Could be worse...
NIS automatically deletes any download its database hasn't encountered before, whether malware or not. In doing so it claims that the file was 'suspect by reputation' -Which would seem to be dangerously close to grounds for a libel action. Or, possibly a USA class action by affeced coders. Now, that could be majorly expensive. I'm surprised Symantec haven't considered that risk.
McAfee Site Advisor allows members of the public to rate websites as benign or malicious, and is robot-friendly, judging by the many thousands of identical troll postings. Again, allowing trolls to use your system to defame websites in-bulk could be very costly, in a legislative sense.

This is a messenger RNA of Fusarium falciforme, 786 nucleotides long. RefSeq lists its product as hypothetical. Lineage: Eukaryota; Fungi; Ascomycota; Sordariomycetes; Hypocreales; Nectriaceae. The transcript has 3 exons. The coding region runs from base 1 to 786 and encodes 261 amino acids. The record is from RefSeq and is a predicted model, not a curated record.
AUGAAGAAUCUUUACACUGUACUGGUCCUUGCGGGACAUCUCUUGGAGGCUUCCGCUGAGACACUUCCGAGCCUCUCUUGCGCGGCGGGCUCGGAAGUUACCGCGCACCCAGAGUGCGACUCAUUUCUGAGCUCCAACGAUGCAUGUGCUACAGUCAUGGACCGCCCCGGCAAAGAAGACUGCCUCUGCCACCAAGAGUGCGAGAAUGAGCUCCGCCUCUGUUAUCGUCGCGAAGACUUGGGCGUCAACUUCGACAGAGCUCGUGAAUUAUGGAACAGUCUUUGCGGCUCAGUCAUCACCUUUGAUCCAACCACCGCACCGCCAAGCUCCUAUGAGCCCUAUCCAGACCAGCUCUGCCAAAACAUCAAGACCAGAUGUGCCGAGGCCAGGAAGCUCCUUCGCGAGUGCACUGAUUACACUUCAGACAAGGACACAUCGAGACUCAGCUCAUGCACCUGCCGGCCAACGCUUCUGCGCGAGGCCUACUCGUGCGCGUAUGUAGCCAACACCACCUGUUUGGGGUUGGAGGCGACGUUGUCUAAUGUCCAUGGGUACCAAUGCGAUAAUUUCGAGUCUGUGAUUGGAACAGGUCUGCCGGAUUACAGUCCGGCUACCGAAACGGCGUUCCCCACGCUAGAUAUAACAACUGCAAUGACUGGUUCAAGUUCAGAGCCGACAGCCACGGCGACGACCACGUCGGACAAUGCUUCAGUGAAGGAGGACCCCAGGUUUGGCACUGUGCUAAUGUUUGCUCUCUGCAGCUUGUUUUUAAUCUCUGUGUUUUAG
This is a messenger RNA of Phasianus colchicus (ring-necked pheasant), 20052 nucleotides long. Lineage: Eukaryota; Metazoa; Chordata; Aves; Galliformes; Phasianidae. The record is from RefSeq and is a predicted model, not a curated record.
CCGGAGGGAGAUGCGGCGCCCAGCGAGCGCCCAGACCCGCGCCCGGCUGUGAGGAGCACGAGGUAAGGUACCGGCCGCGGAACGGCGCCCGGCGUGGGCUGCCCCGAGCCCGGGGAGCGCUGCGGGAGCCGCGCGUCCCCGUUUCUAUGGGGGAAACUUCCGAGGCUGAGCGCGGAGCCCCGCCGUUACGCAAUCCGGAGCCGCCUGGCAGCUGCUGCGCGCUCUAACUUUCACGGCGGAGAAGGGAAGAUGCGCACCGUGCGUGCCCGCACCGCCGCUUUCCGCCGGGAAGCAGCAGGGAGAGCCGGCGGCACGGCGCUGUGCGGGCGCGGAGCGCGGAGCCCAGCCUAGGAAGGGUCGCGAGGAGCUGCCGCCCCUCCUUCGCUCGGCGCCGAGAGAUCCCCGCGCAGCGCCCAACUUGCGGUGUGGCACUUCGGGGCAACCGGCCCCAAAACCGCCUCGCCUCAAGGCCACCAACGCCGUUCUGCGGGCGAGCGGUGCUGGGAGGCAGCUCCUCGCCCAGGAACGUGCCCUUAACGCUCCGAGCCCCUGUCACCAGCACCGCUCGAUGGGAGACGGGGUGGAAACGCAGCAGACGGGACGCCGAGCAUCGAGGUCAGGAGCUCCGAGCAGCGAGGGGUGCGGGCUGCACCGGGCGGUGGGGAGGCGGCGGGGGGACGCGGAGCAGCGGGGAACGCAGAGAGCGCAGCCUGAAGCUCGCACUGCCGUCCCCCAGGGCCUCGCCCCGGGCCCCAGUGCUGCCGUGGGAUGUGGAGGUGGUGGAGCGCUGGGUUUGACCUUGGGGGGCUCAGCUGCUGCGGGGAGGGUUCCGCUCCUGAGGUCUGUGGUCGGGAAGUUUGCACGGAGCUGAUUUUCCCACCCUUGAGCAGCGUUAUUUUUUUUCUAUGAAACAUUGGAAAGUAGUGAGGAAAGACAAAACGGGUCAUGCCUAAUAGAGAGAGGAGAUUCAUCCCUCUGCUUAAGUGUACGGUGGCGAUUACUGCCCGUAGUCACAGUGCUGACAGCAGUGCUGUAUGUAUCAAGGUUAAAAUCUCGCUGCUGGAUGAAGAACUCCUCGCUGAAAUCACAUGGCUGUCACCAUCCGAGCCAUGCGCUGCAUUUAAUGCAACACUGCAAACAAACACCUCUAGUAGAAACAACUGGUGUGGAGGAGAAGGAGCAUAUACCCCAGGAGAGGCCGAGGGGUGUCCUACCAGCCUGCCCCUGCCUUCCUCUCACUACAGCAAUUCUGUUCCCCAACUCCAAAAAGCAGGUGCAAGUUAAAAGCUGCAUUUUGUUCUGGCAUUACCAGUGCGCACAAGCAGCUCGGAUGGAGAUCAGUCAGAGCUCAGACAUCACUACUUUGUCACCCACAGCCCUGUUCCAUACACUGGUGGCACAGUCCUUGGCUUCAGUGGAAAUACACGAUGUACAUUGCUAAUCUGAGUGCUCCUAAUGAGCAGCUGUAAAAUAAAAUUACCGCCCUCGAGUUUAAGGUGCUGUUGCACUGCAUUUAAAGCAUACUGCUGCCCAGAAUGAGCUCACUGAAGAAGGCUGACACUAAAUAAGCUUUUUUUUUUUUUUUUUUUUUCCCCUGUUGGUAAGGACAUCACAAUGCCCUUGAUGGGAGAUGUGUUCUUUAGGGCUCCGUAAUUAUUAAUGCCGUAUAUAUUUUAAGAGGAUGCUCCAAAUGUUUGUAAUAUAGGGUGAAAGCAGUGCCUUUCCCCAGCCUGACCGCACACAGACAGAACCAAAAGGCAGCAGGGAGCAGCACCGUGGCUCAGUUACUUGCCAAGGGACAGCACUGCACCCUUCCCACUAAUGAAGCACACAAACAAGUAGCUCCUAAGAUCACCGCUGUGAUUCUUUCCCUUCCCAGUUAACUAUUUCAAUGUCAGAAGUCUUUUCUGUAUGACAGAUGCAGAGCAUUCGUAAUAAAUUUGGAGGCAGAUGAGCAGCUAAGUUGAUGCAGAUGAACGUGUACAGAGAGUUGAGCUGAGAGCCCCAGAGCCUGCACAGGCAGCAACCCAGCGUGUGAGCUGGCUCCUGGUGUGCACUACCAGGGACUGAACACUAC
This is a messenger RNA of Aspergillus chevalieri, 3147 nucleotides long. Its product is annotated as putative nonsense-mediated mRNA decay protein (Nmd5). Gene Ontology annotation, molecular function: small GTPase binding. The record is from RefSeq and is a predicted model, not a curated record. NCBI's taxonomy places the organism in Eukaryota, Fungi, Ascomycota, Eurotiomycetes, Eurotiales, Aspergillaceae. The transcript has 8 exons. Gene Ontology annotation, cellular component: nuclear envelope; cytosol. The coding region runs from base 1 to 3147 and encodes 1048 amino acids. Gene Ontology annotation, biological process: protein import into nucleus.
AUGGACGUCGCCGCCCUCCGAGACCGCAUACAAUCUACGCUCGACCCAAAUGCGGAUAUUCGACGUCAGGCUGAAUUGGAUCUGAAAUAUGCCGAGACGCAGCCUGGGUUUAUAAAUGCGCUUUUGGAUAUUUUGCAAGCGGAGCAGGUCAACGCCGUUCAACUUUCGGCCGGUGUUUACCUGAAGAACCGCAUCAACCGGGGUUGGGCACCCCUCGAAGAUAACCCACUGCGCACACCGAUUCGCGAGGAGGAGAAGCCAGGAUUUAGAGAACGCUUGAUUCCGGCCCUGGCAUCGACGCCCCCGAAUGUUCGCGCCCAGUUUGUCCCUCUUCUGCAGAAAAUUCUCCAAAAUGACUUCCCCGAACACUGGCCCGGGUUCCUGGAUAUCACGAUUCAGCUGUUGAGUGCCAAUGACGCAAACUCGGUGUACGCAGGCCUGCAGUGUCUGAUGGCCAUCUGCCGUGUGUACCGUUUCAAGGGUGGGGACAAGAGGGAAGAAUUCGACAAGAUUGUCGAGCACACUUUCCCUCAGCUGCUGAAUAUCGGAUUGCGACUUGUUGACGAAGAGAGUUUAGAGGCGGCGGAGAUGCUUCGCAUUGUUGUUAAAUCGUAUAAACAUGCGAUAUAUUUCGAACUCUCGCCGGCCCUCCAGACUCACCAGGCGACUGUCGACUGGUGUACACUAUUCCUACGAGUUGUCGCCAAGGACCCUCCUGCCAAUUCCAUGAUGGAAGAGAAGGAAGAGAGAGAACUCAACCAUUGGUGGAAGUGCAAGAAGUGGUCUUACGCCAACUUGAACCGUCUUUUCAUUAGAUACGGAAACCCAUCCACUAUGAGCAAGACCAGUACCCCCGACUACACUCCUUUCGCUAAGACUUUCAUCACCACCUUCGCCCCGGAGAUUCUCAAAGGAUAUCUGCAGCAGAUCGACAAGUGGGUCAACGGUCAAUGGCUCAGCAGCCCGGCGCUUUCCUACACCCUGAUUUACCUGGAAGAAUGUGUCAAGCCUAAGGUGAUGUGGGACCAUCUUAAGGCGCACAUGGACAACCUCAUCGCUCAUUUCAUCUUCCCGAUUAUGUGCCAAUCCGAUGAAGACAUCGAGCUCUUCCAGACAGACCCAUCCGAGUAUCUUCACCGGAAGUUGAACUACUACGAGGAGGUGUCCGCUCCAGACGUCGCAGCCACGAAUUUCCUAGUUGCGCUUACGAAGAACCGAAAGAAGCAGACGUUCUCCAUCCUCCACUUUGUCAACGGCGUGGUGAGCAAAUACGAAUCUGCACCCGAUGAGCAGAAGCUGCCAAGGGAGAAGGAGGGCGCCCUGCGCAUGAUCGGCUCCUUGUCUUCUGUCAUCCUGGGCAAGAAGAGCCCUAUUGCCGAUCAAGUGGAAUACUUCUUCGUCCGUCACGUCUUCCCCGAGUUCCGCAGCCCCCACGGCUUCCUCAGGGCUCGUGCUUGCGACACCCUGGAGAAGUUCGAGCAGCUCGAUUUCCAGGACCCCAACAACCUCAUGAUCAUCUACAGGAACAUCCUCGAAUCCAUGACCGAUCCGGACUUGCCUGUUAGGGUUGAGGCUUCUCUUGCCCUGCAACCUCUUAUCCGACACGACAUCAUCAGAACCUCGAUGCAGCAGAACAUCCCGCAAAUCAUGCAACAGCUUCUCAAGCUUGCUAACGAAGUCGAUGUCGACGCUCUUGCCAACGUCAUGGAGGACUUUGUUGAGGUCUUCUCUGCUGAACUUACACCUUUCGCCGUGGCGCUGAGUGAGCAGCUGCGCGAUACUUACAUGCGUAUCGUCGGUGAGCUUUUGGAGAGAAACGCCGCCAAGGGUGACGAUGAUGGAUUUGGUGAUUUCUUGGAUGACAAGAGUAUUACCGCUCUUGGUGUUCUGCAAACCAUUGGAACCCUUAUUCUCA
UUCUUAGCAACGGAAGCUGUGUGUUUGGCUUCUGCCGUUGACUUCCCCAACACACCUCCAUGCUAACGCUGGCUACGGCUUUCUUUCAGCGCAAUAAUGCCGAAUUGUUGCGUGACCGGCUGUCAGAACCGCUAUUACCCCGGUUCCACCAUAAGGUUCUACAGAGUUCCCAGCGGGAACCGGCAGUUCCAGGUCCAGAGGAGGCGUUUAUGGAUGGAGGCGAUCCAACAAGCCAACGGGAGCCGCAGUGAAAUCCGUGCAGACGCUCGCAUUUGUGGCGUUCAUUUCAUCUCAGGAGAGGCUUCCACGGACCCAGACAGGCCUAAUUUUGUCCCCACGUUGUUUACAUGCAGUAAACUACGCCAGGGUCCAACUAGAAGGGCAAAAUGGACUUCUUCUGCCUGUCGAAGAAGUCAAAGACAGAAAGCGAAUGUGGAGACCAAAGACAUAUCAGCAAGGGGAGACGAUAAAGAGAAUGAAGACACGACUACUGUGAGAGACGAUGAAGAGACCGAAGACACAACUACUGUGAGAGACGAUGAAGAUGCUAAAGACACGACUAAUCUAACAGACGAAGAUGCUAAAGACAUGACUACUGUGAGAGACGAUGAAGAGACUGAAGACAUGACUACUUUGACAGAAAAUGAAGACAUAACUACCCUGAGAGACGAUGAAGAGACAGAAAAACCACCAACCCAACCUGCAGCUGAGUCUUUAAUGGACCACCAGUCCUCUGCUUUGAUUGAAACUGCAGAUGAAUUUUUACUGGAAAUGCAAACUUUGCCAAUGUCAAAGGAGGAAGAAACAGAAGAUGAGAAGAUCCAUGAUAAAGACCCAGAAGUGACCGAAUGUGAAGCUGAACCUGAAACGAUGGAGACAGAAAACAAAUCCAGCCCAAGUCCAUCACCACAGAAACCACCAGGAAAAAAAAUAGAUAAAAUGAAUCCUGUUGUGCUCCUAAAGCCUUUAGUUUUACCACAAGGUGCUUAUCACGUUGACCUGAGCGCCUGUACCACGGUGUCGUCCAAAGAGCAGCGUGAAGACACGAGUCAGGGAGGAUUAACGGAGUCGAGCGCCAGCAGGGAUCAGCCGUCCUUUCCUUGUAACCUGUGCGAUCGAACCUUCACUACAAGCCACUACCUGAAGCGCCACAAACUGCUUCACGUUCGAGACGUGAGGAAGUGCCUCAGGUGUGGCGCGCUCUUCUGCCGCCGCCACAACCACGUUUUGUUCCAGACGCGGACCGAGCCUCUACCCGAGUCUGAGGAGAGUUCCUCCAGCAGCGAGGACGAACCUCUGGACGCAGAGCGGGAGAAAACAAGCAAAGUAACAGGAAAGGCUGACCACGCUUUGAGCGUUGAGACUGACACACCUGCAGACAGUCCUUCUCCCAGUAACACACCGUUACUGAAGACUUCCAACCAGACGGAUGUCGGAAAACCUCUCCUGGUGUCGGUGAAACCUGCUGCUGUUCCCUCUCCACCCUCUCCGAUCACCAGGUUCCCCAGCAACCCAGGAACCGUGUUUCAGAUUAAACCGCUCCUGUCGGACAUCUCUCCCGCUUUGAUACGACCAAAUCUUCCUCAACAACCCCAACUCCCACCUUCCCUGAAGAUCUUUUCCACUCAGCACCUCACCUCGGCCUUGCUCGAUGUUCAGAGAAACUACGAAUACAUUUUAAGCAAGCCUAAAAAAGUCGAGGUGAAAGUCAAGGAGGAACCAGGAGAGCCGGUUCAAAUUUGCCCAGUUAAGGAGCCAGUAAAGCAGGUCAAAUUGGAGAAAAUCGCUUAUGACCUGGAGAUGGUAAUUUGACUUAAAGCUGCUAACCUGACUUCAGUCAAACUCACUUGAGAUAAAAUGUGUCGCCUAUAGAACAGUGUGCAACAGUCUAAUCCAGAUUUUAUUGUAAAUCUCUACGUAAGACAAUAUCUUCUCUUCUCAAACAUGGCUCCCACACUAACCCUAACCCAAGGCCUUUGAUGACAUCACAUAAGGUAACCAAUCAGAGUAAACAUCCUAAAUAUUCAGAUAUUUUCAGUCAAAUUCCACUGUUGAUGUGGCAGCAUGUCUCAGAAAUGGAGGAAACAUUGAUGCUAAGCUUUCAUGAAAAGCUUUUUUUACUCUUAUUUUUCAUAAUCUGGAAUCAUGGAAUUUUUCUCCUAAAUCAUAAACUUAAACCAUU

Eset recently gave a false positive on one of our downloads. This caused it to automatically delete a security utility, leaving the computer in a state where no new software could be installed. Uncertain how many users were affected but it certainly damaged our reputation as coders, and though no fault of ours.
Basically the whole anti-malware business is in chaos. Key problem is the desire to cover all eventualities, while at the same time to present a 'dumbed-down' interface which makes all decisions without asking the user's OK. Now, the software is bound to get it wrong sometimes, but it's when the human is taken out of the loop that the daft decisions really cause damage.
As for Google Analytics, if the site loads third party content or stores a third-party cookie there are at least grounds for suspicion of unethical actions.